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Thread: A new article about x86 processors

  1. #61
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    Intel was getting bugged by NEC's actions, extending their x80 licensing terms to the x86 . Therein lies a significant lawsuit. Prior to this, NEC and Intel enjoyed a mutually beneficial relationship. Zilog, on the other hand, was in the throes of massive disorganization.

  2. #62
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    Quite an interesting discussion you've got going here...

    A few notes about the original article, and the Intel part particularly:
    1. In 1970's Intel wasn't really that interested in microprocessors. They were more of a side product to help them sell memory ICs. This explains the reluctance to improve i8080, and Federico Faggin eventually leaving Intel and starting Zilog. It also explains why Intel wasn't too competitive with Zilog or anyone else really until late 1970's (See page 65 here).
    2. As several people mentioned above, 8085 was fairly popular for embedded applications (anything from printers to space craft). Using 8155/8156/8755 companion ICs it was possible to build a system with just 3 ICs. The "undocumented" instructions were not documented probably for the sake of future compatibility with 8086. Although 8086 was released a few years later, the 8086 design work started a bit prior to 8085 release, and 8080 compatibility was one of the primary design goals. As far as I know the Soviet 80C85 clone - IM1821VM85A is just a clone. No new instructions... I have a couple of these CPUs here, so I can test that for you
    3. It is funny how author is fascinated by the 8086 memory segmentation, and yet he complains about the same segmentation in 80286 IMHO segmentation in 80286 was just as much of the problem as it was in 8086. The main issue with 80286 was that the protected mode was not compatible with real mode, which was, as the article correctly states, later fixed in 80386 with vm86 mode.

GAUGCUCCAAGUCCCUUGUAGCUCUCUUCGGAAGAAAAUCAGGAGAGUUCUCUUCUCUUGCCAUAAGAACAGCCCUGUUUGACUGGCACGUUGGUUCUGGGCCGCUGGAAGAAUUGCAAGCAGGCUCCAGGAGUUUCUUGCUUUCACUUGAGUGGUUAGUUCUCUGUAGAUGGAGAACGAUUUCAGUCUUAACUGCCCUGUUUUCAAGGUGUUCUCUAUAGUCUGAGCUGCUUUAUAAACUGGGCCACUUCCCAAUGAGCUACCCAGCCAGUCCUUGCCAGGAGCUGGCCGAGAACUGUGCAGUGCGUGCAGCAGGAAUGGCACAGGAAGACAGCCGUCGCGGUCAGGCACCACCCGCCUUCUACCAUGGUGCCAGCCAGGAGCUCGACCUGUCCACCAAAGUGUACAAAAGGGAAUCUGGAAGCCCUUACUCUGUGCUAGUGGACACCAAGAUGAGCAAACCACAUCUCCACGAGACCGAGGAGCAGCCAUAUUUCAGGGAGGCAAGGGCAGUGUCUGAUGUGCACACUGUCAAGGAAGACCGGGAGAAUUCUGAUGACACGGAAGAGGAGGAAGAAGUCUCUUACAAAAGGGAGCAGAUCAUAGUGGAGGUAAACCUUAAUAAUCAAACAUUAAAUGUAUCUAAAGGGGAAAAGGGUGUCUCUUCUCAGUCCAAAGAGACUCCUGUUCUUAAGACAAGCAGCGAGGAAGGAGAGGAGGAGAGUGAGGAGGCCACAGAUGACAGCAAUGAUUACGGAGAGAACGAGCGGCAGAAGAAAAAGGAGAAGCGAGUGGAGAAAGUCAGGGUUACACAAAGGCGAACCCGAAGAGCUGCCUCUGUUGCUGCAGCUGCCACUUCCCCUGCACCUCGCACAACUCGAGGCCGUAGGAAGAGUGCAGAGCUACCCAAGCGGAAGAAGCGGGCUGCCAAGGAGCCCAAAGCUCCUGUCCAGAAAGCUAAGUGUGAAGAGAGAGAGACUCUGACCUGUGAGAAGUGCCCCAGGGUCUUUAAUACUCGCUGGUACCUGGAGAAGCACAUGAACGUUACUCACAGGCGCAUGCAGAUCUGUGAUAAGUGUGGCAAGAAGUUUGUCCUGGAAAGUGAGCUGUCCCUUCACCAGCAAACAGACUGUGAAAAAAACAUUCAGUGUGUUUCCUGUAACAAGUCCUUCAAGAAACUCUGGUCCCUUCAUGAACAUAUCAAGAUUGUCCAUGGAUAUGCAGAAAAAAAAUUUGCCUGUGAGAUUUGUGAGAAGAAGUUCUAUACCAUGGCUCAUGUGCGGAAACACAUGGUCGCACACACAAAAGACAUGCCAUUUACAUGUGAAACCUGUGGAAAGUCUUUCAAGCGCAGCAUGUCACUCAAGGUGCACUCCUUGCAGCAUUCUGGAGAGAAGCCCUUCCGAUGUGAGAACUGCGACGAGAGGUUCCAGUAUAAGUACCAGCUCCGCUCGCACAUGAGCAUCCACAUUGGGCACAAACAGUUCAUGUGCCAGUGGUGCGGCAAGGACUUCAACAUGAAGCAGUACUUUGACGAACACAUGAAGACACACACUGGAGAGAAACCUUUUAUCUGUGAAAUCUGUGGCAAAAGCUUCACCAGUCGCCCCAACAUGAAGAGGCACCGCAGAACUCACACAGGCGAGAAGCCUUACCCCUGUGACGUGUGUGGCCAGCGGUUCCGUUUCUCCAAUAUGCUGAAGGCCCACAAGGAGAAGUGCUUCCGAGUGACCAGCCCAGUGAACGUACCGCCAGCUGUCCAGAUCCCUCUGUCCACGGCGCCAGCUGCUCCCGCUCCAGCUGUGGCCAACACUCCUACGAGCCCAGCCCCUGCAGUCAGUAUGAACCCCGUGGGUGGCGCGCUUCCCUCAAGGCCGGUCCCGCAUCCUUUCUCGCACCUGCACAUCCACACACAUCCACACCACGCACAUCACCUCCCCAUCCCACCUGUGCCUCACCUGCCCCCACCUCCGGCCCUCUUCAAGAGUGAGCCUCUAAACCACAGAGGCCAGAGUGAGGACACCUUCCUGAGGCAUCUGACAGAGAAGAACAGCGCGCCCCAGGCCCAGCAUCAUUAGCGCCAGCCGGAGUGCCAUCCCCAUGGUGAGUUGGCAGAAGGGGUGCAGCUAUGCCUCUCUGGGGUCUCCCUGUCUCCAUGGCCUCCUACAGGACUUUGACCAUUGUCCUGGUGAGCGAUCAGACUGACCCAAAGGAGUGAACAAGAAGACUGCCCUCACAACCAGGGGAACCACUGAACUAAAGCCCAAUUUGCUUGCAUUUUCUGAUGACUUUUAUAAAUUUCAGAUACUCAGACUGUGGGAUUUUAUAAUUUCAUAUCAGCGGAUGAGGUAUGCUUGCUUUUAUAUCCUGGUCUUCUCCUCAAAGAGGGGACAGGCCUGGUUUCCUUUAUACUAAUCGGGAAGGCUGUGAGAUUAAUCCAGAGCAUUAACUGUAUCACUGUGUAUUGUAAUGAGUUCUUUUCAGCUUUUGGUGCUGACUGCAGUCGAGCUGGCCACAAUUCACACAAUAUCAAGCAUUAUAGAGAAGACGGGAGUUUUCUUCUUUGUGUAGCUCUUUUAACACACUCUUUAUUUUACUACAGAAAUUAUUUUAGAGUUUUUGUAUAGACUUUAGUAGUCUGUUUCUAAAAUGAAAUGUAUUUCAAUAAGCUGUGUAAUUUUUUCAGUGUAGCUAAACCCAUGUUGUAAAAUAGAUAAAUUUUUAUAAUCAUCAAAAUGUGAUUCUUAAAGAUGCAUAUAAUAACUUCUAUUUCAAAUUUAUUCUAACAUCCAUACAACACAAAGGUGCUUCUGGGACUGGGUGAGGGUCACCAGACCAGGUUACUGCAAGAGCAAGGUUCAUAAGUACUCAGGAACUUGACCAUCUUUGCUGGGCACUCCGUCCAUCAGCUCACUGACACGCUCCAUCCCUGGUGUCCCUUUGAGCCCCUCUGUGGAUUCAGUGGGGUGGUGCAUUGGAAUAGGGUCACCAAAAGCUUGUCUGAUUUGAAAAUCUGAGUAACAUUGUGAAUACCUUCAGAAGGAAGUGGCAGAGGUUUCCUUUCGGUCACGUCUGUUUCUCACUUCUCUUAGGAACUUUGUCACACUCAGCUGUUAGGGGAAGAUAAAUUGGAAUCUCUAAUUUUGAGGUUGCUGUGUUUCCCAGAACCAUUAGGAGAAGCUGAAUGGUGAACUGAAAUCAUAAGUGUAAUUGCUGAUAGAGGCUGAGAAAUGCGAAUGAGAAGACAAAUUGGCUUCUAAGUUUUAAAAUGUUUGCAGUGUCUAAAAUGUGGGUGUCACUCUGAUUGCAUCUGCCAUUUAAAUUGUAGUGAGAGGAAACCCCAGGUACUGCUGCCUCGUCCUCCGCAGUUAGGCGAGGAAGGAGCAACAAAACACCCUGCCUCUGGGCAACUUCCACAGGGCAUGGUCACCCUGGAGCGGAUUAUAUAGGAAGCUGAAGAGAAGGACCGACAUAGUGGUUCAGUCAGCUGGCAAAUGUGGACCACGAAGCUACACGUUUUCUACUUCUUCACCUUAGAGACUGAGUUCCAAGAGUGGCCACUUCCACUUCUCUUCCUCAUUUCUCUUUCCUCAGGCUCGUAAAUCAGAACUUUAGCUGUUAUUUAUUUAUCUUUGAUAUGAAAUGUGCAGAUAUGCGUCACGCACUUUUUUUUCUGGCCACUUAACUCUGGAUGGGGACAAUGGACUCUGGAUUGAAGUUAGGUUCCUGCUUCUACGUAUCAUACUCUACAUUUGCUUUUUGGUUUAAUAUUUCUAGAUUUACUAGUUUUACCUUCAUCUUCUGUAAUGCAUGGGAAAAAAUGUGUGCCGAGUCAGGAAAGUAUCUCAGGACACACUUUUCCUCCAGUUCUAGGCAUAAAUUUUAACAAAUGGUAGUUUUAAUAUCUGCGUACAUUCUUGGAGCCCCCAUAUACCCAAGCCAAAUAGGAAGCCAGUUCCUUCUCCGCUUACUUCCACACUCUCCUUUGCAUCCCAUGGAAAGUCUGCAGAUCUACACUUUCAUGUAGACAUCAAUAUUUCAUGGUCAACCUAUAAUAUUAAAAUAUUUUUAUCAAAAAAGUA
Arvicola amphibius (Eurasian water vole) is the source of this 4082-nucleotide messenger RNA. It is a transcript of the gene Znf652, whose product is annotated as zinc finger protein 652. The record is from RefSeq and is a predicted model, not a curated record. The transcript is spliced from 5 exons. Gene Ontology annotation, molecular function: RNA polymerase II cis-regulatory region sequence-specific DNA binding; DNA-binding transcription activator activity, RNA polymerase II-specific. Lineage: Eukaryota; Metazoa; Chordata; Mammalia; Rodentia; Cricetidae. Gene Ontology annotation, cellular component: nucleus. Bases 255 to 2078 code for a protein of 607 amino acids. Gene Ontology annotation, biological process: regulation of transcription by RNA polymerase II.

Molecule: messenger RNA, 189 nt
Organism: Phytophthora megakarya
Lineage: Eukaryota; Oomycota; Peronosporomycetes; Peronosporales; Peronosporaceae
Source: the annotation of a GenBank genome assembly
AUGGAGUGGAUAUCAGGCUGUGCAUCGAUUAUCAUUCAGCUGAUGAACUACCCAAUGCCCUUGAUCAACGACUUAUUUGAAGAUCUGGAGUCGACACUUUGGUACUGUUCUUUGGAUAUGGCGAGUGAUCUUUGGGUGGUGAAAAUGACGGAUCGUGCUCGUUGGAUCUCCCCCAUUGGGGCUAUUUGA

4. Another kind of funny thing in the article is using cycles per instruction for performance comparison. Although, it is true that if both 80286 and 80386SX would run at the same frequency, in some cases 80286 would be faster (for example see this). Yet, 80286 topped at 20 MHz, while 80386SX was available at 33 MHz... And I am not talking about 80386 which had the advantage of twice wider data bus and a cache memory implemented in some later systems.
    5. Both 80186 and 80286 were designed before it was clear that IBM PC compatibles would take over the world of personal computers. Both have some IBM PC incompatibilities. Since 80186 implements on-chip peripherals there are more incompatibilities there. But there are a few things in 80286 that could have been implemented differently to improve the compatibility with the IBM PC (A20 gate, interrupt vectors for the exceptions, compatibility of the protected mode with the real mode)
    6. NEC vs. Intel and the 80386 second source story. By mid-80's Japanese companies figured how to make memory cheap, and Intel was losing money there. Yet at the same time PC business picked up. So Intel (Andy Grove more specifically) made the decision to pull out of the memory business, and switch to processors as the main product. One of the questions was how to deal with the competition, such as AMD and the same Japanese companies that took the memory business. First of all Intel had decided not to second source 80386. Back in late 1970's IBM had requested that Intel would second source 8088 to ensure steady supply, and Intel actually asked AMD to manufacture 8088. In mid-80's the situation was different. x86 was de-facto standard for the PCs, and IBM was less interested in 80386 at that time. Also, to prevent the unauthorized cloning, Intel set the legal precedent with NEC: As I understand, it is not possible to copyright the schematic (the CPU design), but it is possible to copyright the software. And so Intel sued NEC over microcode copyright violation in their V20/V30 CPUs. They were actually able to prove that NEC copied the microcode (but I blame it on bad lawyers on NEC side... the CPU design was different enough), but the case was dismissed, since Intel didn't quite enforce the copyright previously, and let many others to manufacture its designs without specifying the author. Just for fun of it - Google AMD 8088 images... and you'll see that chips made before 1986 have AMD copyright, while later ones have Intel copyright... But Intel had achieved its goal. Although AMD had 80386 design ready, they were not able to sell it until 1989-1990 when Intel already had 80486.